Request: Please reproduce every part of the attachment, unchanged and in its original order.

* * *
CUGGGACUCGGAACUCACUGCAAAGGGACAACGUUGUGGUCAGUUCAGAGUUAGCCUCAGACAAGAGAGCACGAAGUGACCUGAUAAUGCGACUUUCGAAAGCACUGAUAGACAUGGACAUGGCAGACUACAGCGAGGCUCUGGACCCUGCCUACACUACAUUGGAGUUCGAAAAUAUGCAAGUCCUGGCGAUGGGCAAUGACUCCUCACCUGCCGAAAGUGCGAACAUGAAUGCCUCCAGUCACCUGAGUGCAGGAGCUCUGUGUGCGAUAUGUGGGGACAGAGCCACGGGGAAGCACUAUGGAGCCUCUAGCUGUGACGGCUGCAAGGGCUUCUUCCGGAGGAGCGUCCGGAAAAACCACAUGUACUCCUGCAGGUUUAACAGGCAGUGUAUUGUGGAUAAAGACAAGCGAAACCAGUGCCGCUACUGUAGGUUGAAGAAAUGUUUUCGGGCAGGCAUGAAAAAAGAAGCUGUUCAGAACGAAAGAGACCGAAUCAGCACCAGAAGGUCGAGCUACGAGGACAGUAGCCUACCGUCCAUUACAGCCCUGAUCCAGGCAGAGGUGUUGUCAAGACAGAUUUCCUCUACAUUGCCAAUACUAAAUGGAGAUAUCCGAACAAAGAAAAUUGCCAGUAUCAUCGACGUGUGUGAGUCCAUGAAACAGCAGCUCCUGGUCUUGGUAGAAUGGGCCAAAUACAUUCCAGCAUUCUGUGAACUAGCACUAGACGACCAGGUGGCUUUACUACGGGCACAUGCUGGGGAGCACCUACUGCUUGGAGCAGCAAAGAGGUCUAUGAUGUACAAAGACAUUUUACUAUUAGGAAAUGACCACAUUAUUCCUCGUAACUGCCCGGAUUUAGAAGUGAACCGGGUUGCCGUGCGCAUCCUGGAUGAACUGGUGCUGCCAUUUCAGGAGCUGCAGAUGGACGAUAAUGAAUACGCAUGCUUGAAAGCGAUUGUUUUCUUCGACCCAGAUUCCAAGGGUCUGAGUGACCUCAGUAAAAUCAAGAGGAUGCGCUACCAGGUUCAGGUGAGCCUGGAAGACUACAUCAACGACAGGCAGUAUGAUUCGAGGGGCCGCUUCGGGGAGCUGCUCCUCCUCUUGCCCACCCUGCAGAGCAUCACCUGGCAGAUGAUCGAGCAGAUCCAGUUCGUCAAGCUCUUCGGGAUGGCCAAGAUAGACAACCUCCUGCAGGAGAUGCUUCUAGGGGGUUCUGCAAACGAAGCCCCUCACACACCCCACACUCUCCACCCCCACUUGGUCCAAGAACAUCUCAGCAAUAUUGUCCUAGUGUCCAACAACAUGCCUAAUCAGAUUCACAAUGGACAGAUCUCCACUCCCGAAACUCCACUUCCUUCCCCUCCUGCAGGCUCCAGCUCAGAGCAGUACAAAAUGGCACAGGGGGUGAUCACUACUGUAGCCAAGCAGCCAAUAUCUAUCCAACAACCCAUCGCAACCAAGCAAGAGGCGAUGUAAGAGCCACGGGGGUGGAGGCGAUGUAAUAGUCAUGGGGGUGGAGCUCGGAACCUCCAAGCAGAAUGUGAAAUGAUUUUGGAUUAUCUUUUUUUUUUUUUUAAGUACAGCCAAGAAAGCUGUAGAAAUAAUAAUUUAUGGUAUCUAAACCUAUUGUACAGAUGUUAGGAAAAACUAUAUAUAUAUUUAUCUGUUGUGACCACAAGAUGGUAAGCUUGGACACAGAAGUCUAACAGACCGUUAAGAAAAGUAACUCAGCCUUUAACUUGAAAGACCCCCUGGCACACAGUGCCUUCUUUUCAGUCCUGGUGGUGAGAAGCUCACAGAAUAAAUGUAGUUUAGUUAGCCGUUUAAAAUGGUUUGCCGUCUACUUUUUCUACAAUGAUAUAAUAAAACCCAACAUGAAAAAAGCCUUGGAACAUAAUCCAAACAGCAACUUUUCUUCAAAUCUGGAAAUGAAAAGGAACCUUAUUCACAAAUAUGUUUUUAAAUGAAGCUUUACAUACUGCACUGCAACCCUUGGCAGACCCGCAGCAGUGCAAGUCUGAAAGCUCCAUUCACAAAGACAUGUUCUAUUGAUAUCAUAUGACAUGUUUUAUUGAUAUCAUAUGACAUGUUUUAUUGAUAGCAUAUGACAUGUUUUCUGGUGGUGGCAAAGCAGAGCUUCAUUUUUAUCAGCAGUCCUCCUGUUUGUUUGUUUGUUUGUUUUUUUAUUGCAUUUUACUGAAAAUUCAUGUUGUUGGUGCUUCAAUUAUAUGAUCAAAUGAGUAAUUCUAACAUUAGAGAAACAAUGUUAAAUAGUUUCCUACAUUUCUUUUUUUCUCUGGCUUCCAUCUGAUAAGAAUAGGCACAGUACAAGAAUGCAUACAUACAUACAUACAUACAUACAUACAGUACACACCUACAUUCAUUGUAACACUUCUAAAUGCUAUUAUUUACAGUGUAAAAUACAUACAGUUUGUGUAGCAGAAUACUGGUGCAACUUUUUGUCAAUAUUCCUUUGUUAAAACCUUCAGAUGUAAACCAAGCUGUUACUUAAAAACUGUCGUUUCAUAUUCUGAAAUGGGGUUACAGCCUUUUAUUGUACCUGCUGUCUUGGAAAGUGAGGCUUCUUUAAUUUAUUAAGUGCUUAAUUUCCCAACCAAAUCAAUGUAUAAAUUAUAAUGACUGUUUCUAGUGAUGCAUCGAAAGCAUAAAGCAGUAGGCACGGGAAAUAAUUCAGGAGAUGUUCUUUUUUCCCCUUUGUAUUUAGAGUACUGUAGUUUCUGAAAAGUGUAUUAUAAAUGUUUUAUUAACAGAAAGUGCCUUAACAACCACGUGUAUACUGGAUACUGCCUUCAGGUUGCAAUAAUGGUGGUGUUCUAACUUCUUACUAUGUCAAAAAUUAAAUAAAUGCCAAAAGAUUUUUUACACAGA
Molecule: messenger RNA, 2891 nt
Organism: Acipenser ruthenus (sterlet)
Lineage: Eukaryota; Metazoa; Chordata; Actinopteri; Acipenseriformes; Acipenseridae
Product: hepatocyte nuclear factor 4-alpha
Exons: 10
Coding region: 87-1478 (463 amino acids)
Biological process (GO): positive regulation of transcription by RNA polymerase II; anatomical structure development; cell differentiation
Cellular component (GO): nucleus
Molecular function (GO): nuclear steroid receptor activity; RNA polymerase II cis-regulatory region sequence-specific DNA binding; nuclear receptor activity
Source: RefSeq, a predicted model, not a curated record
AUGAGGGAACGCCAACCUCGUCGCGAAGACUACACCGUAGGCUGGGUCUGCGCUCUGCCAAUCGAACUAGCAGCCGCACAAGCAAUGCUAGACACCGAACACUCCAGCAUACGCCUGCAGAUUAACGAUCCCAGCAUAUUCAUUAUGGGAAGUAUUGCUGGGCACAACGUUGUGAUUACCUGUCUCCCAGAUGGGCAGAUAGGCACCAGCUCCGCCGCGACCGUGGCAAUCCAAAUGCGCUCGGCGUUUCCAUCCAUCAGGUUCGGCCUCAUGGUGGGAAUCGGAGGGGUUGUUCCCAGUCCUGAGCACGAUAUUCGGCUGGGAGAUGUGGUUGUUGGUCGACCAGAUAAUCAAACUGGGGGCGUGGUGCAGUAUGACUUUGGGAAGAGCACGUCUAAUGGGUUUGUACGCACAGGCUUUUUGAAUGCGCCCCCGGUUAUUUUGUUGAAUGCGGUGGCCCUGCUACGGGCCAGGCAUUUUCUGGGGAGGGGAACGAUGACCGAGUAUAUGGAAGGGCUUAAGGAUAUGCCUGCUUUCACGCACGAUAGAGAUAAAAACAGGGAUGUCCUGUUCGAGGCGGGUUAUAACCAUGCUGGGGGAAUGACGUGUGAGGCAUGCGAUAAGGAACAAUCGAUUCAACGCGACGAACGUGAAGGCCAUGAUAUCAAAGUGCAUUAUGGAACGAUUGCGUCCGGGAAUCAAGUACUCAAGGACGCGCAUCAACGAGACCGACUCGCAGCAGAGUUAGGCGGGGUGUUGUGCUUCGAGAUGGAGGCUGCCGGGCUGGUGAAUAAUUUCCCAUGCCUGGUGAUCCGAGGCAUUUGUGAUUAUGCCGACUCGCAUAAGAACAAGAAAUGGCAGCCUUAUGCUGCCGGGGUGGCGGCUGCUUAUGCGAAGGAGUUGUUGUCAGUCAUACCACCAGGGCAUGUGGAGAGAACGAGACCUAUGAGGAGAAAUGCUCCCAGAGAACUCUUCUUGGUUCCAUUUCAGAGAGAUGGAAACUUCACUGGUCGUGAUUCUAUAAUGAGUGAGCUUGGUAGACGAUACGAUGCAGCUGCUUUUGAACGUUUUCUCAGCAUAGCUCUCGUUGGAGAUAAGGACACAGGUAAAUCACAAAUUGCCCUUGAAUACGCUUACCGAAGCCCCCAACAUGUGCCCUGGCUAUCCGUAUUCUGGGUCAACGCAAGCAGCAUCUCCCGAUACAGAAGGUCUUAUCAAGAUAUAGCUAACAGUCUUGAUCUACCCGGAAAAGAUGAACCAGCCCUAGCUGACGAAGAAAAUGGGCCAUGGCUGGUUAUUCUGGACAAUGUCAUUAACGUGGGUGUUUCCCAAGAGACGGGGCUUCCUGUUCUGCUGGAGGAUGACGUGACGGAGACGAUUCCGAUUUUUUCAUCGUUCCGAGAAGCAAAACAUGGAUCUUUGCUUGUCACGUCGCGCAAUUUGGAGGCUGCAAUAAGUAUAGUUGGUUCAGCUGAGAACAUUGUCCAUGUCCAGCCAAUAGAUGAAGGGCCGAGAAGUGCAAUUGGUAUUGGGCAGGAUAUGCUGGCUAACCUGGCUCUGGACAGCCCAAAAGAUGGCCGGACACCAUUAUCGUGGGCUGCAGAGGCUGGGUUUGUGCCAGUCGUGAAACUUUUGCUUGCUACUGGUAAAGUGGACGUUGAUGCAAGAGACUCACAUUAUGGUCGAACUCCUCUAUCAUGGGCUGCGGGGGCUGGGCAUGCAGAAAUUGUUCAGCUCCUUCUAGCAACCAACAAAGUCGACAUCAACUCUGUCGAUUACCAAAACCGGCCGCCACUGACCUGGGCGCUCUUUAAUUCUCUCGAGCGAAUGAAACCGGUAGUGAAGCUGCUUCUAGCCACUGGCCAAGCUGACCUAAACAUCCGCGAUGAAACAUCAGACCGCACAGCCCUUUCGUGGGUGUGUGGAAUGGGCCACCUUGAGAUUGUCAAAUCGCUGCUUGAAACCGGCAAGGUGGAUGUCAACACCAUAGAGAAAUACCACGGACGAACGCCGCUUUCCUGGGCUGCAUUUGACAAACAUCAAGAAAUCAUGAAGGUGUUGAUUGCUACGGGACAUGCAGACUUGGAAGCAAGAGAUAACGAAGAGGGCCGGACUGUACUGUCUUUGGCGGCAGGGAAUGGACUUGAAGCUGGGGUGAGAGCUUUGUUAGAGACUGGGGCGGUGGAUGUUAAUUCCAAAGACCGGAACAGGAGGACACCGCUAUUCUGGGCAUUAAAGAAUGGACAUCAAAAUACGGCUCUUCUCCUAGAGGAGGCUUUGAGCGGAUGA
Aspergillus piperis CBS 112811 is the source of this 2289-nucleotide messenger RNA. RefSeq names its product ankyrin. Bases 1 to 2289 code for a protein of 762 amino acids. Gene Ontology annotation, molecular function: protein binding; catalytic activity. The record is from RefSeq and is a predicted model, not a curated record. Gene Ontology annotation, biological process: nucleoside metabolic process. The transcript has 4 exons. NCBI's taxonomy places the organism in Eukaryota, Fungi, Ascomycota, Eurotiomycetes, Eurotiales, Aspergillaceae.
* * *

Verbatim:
CUGGGACUCGGAACUCACUGCAAAGGGACAACGUUGUGGUCAGUUCAGAGUUAGCCUCAGACAAGAGAGCACGAAGUGACCUGAUAAUGCGACUUUCGAAAGCACUGAUAGACAUGGACAUGGCAGACUACAGCGAGGCUCUGGACCCUGCCUACACUACAUUGGAGUUCGAAAAUAUGCAAGUCCUGGCGAUGGGCAAUGACUCCUCACCUGCCGAAAGUGCGAACAUGAAUGCCUCCAGUCACCUGAGUGCAGGAGCUCUGUGUGCGAUAUGUGGGGACAGAGCCACGGGGAAGCACUAUGGAGCCUCUAGCUGUGACGGCUGCAAGGGCUUCUUCCGGAGGAGCGUCCGGAAAAACCACAUGUACUCCUGCAGGUUUAACAGGCAGUGUAUUGUGGAUAAAGACAAGCGAAACCAGUGCCGCUACUGUAGGUUGAAGAAAUGUUUUCGGGCAGGCAUGAAAAAAGAAGCUGUUCAGAACGAAAGAGACCGAAUCAGCACCAGAAGGUCGAGCUACGAGGACAGUAGCCUACCGUCCAUUACAGCCCUGAUCCAGGCAGAGGUGUUGUCAAGACAGAUUUCCUCUACAUUGCCAAUACUAAAUGGAGAUAUCCGAACAAAGAAAAUUGCCAGUAUCAUCGACGUGUGUGAGUCCAUGAAACAGCAGCUCCUGGUCUUGGUAGAAUGGGCCAAAUACAUUCCAGCAUUCUGUGAACUAGCACUAGACGACCAGGUGGCUUUACUACGGGCACAUGCUGGGGAGCACCUACUGCUUGGAGCAGCAAAGAGGUCUAUGAUGUACAAAGACAUUUUACUAUUAGGAAAUGACCACAUUAUUCCUCGUAACUGCCCGGAUUUAGAAGUGAACCGGGUUGCCGUGCGCAUCCUGGAUGAACUGGUGCUGCCAUUUCAGGAGCUGCAGAUGGACGAUAAUGAAUACGCAUGCUUGAAAGCGAUUGUUUUCUUCGACCCAGAUUCCAAGGGUCUGAGUGACCUCAGUAAAAUCAAGAGGAUGCGCUACCAGGUUCAGGUGAGCCUGGAAGACUACAUCAACGACAGGCAGUAUGAUUCGAGGGGCCGCUUCGGGGAGCUGCUCCUCCUCUUGCCCACCCUGCAGAGCAUCACCUGGCAGAUGAUCGAGCAGAUCCAGUUCGUCAAGCUCUUCGGGAUGGCCAAGAUAGACAACCUCCUGCAGGAGAUGCUUCUAGGGGGUUCUGCAAACGAAGCCCCUCACACACCCCACACUCUCCACCCCCACUUGGUCCAAGAACAUCUCAGCAAUAUUGUCCUAGUGUCCAACAACAUGCCUAAUCAGAUUCACAAUGGACAGAUCUCCACUCCCGAAACUCCACUUCCUUCCCCUCCUGCAGGCUCCAGCUCAGAGCAGUACAAAAUGGCACAGGGGGUGAUCACUACUGUAGCCAAGCAGCCAAUAUCUAUCCAACAACCCAUCGCAACCAAGCAAGAGGCGAUGUAAGAGCCACGGGGGUGGAGGCGAUGUAAUAGUCAUGGGGGUGGAGCUCGGAACCUCCAAGCAGAAUGUGAAAUGAUUUUGGAUUAUCUUUUUUUUUUUUUUAAGUACAGCCAAGAAAGCUGUAGAAAUAAUAAUUUAUGGUAUCUAAACCUAUUGUACAGAUGUUAGGAAAAACUAUAUAUAUAUUUAUCUGUUGUGACCACAAGAUGGUAAGCUUGGACACAGAAGUCUAACAGACCGUUAAGAAAAGUAACUCAGCCUUUAACUUGAAAGACCCCCUGGCACACAGUGCCUUCUUUUCAGUCCUGGUGGUGAGAAGCUCACAGAAUAAAUGUAGUUUAGUUAGCCGUUUAAAAUGGUUUGCCGUCUACUUUUUCUACAAUGAUAUAAUAAAACCCAACAUGAAAAAAGCCUUGGAACAUAAUCCAAACAGCAACUUUUCUUCAAAUCUGGAAAUGAAAAGGAACCUUAUUCACAAAUAUGUUUUUAAAUGAAGCUUUACAUACUGCACUGCAACCCUUGGCAGACCCGCAGCAGUGCAAGUCUGAAAGCUCCAUUCACAAAGACAUGUUCUAUUGAUAUCAUAUGACAUGUUUUAUUGAUAUCAUAUGACAUGUUUUAUUGAUAGCAUAUGACAUGUUUUCUGGUGGUGGCAAAGCAGAGCUUCAUUUUUAUCAGCAGUCCUCCUGUUUGUUUGUUUGUUUGUUUUUUUAUUGCAUUUUACUGAAAAUUCAUGUUGUUGGUGCUUCAAUUAUAUGAUCAAAUGAGUAAUUCUAACAUUAGAGAAACAAUGUUAAAUAGUUUCCUACAUUUCUUUUUUUCUCUGGCUUCCAUCUGAUAAGAAUAGGCACAGUACAAGAAUGCAUACAUACAUACAUACAUACAUACAUACAGUACACACCUACAUUCAUUGUAACACUUCUAAAUGCUAUUAUUUACAGUGUAAAAUACAUACAGUUUGUGUAGCAGAAUACUGGUGCAACUUUUUGUCAAUAUUCCUUUGUUAAAACCUUCAGAUGUAAACCAAGCUGUUACUUAAAAACUGUCGUUUCAUAUUCUGAAAUGGGGUUACAGCCUUUUAUUGUACCUGCUGUCUUGGAAAGUGAGGCUUCUUUAAUUUAUUAAGUGCUUAAUUUCCCAACCAAAUCAAUGUAUAAAUUAUAAUGACUGUUUCUAGUGAUGCAUCGAAAGCAUAAAGCAGUAGGCACGGGAAAUAAUUCAGGAGAUGUUCUUUUUUCCCCUUUGUAUUUAGAGUACUGUAGUUUCUGAAAAGUGUAUUAUAAAUGUUUUAUUAACAGAAAGUGCCUUAACAACCACGUGUAUACUGGAUACUGCCUUCAGGUUGCAAUAAUGGUGGUGUUCUAACUUCUUACUAUGUCAAAAAUUAAAUAAAUGCCAAAAGAUUUUUUACACAGA
Molecule: messenger RNA, 2891 nt
Organism: Acipenser ruthenus (sterlet)
Lineage: Eukaryota; Metazoa; Chordata; Actinopteri; Acipenseriformes; Acipenseridae
Product: hepatocyte nuclear factor 4-alpha
Exons: 10
Coding region: 87-1478 (463 amino acids)
Biological process (GO): positive regulation of transcription by RNA polymerase II; anatomical structure development; cell differentiation
Cellular component (GO): nucleus
Molecular function (GO): nuclear steroid receptor activity; RNA polymerase II cis-regulatory region sequence-specific DNA binding; nuclear receptor activity
Source: RefSeq, a predicted model, not a curated record
AUGAGGGAACGCCAACCUCGUCGCGAAGACUACACCGUAGGCUGGGUCUGCGCUCUGCCAAUCGAACUAGCAGCCGCACAAGCAAUGCUAGACACCGAACACUCCAGCAUACGCCUGCAGAUUAACGAUCCCAGCAUAUUCAUUAUGGGAAGUAUUGCUGGGCACAACGUUGUGAUUACCUGUCUCCCAGAUGGGCAGAUAGGCACCAGCUCCGCCGCGACCGUGGCAAUCCAAAUGCGCUCGGCGUUUCCAUCCAUCAGGUUCGGCCUCAUGGUGGGAAUCGGAGGGGUUGUUCCCAGUCCUGAGCACGAUAUUCGGCUGGGAGAUGUGGUUGUUGGUCGACCAGAUAAUCAAACUGGGGGCGUGGUGCAGUAUGACUUUGGGAAGAGCACGUCUAAUGGGUUUGUACGCACAGGCUUUUUGAAUGCGCCCCCGGUUAUUUUGUUGAAUGCGGUGGCCCUGCUACGGGCCAGGCAUUUUCUGGGGAGGGGAACGAUGACCGAGUAUAUGGAAGGGCUUAAGGAUAUGCCUGCUUUCACGCACGAUAGAGAUAAAAACAGGGAUGUCCUGUUCGAGGCGGGUUAUAACCAUGCUGGGGGAAUGACGUGUGAGGCAUGCGAUAAGGAACAAUCGAUUCAACGCGACGAACGUGAAGGCCAUGAUAUCAAAGUGCAUUAUGGAACGAUUGCGUCCGGGAAUCAAGUACUCAAGGACGCGCAUCAACGAGACCGACUCGCAGCAGAGUUAGGCGGGGUGUUGUGCUUCGAGAUGGAGGCUGCCGGGCUGGUGAAUAAUUUCCCAUGCCUGGUGAUCCGAGGCAUUUGUGAUUAUGCCGACUCGCAUAAGAACAAGAAAUGGCAGCCUUAUGCUGCCGGGGUGGCGGCUGCUUAUGCGAAGGAGUUGUUGUCAGUCAUACCACCAGGGCAUGUGGAGAGAACGAGACCUAUGAGGAGAAAUGCUCCCAGAGAACUCUUCUUGGUUCCAUUUCAGAGAGAUGGAAACUUCACUGGUCGUGAUUCUAUAAUGAGUGAGCUUGGUAGACGAUACGAUGCAGCUGCUUUUGAACGUUUUCUCAGCAUAGCUCUCGUUGGAGAUAAGGACACAGGUAAAUCACAAAUUGCCCUUGAAUACGCUUACCGAAGCCCCCAACAUGUGCCCUGGCUAUCCGUAUUCUGGGUCAACGCAAGCAGCAUCUCCCGAUACAGAAGGUCUUAUCAAGAUAUAGCUAACAGUCUUGAUCUACCCGGAAAAGAUGAACCAGCCCUAGCUGACGAAGAAAAUGGGCCAUGGCUGGUUAUUCUGGACAAUGUCAUUAACGUGGGUGUUUCCCAAGAGACGGGGCUUCCUGUUCUGCUGGAGGAUGACGUGACGGAGACGAUUCCGAUUUUUUCAUCGUUCCGAGAAGCAAAACAUGGAUCUUUGCUUGUCACGUCGCGCAAUUUGGAGGCUGCAAUAAGUAUAGUUGGUUCAGCUGAGAACAUUGUCCAUGUCCAGCCAAUAGAUGAAGGGCCGAGAAGUGCAAUUGGUAUUGGGCAGGAUAUGCUGGCUAACCUGGCUCUGGACAGCCCAAAAGAUGGCCGGACACCAUUAUCGUGGGCUGCAGAGGCUGGGUUUGUGCCAGUCGUGAAACUUUUGCUUGCUACUGGUAAAGUGGACGUUGAUGCAAGAGACUCACAUUAUGGUCGAACUCCUCUAUCAUGGGCUGCGGGGGCUGGGCAUGCAGAAAUUGUUCAGCUCCUUCUAGCAACCAACAAAGUCGACAUCAACUCUGUCGAUUACCAAAACCGGCCGCCACUGACCUGGGCGCUCUUUAAUUCUCUCGAGCGAAUGAAACCGGUAGUGAAGCUGCUUCUAGCCACUGGCCAAGCUGACCUAAACAUCCGCGAUGAAACAUCAGACCGCACAGCCCUUUCGUGGGUGUGUGGAAUGGGCCACCUUGAGAUUGUCAAAUCGCUGCUUGAAACCGGCAAGGUGGAUGUCAACACCAUAGAGAAAUACCACGGACGAACGCCGCUUUCCUGGGCUGCAUUUGACAAACAUCAAGAAAUCAUGAAGGUGUUGAUUGCUACGGGACAUGCAGACUUGGAAGCAAGAGAUAACGAAGAGGGCCGGACUGUACUGUCUUUGGCGGCAGGGAAUGGACUUGAAGCUGGGGUGAGAGCUUUGUUAGAGACUGGGGCGGUGGAUGUUAAUUCCAAAGACCGGAACAGGAGGACACCGCUAUUCUGGGCAUUAAAGAAUGGACAUCAAAAUACGGCUCUUCUCCUAGAGGAGGCUUUGAGCGGAUGA
Aspergillus piperis CBS 112811 is the source of this 2289-nucleotide messenger RNA. RefSeq names its product ankyrin. Bases 1 to 2289 code for a protein of 762 amino acids. Gene Ontology annotation, molecular function: protein binding; catalytic activity. The record is from RefSeq and is a predicted model, not a curated record. Gene Ontology annotation, biological process: nucleoside metabolic process. The transcript has 4 exons. NCBI's taxonomy places the organism in Eukaryota, Fungi, Ascomycota, Eurotiomycetes, Eurotiales, Aspergillaceae.